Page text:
An Investment Checklist Example (Why You Should Have A Checklist)

Last Updated on January 11, 2023

An investment checklist is handy no matter your time horizon or investment style. The bare minimum is a mental checklist, but preferably it should be a written one. Just like the aviation industry developed checklists to avoid disasters, investing is very much about error removals.

This article provides an investment checklist example and argues why you should have a checklist. You should have an investment checklist because it makes you avoid unnecessary mistakes, improve the outcome without increasing your skills, stay within your circle of competence, save time, and learn from your mistakes.

The investment checklist offers no magic but makes you disciplined. We argue your checklist should be as short as possible when you start out and gradually add items to the list as you learn. There is a good reason why both Warren Buffett and Charlie Munger keep an investment checklist.

Are you buying or selling shares too quickly without thinking? Did you buy because your best friend did? Did you sell because of a rumor? Did you sell because you panicked and couldn’t stand the pain anymore? Even simple procedures often go wrong without checklists. We overestimate ourselves, and we take mental shortcuts.

An investment checklist can help you answer questions like this:

  • What are the things to consider before you invest?
  • Where should you invest to get good returns?
  • What should you look for in a company to invest in? (you need a stock checklist)
  • How do you know if you should invest in a company? (you need a stock analysis checklist)
  • How do you pick a good stock?

Investing is like a continuous process

The checklist aims to make investing a process. A process sounds bureaucratic and boring, but it’s a rational framework for evaluating a potential investment that leads to a wide range of advantages.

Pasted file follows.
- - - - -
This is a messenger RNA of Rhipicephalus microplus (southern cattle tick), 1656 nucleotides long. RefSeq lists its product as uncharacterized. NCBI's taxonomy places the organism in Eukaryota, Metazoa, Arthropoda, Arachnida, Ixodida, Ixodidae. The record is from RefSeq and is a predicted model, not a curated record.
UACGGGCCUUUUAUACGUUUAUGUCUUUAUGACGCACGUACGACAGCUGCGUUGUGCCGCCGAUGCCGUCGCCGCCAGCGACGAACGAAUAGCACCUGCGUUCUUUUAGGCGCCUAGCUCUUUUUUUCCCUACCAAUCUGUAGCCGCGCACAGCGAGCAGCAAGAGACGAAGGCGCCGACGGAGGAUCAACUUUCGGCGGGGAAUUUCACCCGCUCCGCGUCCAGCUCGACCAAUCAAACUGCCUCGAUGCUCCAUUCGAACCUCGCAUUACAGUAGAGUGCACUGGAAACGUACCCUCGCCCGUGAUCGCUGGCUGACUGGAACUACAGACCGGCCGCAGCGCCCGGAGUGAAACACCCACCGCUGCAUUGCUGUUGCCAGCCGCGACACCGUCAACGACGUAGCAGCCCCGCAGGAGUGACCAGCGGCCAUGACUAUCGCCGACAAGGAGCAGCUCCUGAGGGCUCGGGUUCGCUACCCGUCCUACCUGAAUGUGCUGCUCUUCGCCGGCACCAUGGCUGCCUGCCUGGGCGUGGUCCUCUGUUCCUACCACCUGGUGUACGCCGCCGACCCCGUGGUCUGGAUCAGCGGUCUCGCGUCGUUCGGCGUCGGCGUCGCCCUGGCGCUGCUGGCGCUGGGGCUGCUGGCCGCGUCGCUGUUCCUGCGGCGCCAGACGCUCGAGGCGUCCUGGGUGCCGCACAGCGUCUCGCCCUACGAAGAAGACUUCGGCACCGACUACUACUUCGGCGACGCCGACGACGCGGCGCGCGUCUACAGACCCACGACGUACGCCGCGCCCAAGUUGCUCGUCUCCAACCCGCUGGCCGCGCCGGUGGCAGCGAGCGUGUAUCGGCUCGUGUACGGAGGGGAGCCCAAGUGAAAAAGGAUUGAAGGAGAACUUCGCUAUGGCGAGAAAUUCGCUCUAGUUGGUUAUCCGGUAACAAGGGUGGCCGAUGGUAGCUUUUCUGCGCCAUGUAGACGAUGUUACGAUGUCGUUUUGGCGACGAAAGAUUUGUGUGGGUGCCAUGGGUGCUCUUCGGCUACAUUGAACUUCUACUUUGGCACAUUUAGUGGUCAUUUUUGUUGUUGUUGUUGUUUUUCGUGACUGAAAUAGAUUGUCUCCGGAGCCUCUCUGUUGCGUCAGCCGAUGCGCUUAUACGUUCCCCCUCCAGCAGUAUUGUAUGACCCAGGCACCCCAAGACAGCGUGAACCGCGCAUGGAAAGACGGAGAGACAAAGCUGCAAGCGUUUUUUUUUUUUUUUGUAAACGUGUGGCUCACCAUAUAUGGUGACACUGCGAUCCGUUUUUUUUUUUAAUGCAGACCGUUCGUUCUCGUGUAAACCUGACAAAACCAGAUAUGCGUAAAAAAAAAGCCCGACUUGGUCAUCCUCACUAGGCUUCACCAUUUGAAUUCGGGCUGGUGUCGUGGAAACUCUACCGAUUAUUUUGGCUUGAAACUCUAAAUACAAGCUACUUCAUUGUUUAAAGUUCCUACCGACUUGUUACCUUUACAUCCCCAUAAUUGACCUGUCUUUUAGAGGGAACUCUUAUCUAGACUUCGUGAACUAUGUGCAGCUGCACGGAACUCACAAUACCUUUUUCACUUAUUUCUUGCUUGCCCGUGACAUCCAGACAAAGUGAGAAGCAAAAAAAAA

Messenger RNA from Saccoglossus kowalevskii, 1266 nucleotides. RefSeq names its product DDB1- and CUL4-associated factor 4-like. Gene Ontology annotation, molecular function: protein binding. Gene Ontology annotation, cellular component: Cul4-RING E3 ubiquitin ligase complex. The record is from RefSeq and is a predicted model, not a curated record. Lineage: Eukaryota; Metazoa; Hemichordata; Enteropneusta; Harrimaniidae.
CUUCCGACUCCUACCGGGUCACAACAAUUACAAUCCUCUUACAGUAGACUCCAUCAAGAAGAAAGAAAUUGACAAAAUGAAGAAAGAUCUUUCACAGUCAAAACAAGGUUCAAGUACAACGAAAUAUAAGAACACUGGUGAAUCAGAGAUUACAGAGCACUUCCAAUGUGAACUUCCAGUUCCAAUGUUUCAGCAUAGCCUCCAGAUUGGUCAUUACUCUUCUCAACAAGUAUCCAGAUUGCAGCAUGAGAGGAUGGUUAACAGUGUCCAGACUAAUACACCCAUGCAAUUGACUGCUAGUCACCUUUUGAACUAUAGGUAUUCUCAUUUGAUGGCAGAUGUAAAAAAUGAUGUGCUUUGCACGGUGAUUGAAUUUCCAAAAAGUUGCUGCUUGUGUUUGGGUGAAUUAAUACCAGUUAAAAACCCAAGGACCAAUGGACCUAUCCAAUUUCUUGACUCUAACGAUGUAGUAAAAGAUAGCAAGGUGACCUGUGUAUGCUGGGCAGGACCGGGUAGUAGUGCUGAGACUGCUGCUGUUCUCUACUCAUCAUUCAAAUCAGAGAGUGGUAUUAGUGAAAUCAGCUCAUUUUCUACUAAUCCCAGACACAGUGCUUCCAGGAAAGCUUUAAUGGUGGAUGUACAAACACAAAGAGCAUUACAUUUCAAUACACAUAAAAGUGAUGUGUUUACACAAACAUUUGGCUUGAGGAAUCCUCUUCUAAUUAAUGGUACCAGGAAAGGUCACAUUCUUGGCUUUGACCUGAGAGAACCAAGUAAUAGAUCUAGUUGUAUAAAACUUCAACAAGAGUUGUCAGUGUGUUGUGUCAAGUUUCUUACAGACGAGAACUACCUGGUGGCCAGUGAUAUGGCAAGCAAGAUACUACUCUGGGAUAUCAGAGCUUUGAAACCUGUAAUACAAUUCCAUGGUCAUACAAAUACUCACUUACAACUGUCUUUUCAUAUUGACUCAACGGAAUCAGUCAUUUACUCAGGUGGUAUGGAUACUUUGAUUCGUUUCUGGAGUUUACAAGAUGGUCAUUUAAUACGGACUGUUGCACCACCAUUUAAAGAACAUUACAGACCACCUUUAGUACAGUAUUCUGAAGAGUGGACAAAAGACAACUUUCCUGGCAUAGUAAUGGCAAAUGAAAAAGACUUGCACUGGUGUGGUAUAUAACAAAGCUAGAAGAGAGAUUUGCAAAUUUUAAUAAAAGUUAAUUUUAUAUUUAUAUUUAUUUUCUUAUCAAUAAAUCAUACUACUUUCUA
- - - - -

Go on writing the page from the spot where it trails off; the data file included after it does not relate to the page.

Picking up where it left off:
Atul Gawande has written an excellent book called The Checklist Manifesto. It was, and still is, a bestseller that we strongly recommend reading.

As a doctor, Gawande often witnessed doctors omitting steps in the multitude of tasks they perform daily. In the book, Gawande gives many examples of how a checklist has improved the results of seemingly simple tasks.

For example, a five-point checklist implemented in 2001 virtually eradicated central line infections in the intensive care unit at Johns Hopkins Hospital, preventing an estimated 43 infections and eight deaths over 27 months. When the checklist was later tested in ICU’s in Michigan, the checklist decreased infections by 66 percent within three months and probably saved more than 1,500 lives within a year and a half.

Can this recipe be transferred to the stock market?

Yes, most investors use some kind of checklists, but most likely mental ones. We believe you can improve your results if you formulate your philosophy and rules down on paper. Writing is a powerful tool. What might be obvious in thinking, might not be so obvious when you start writing.

Know your investment style

First, make sure you know your investment style. If you are not sure if you have one, write down on paper the essence of your investment philosophy.

It would help if you found your own investment style that fits your personality. However, your investment style should evolve with time as you learn and adapt to changes. Your goal should be to become an investment agnostic and be open and humble for learning.

If you believe you have found a magic bullet, you are most likely wrong. What works today is not guaranteed to work tomorrow. The market changes all the time. The only constant is change. This is the main reason why an investment checklist shouldn’t be too specific.

Warren Buffett and Charlie Munger’s investment checklists

To our knowledge, neither Buffett nor Munger have a written checklist, but we are pretty sure they have a mental one.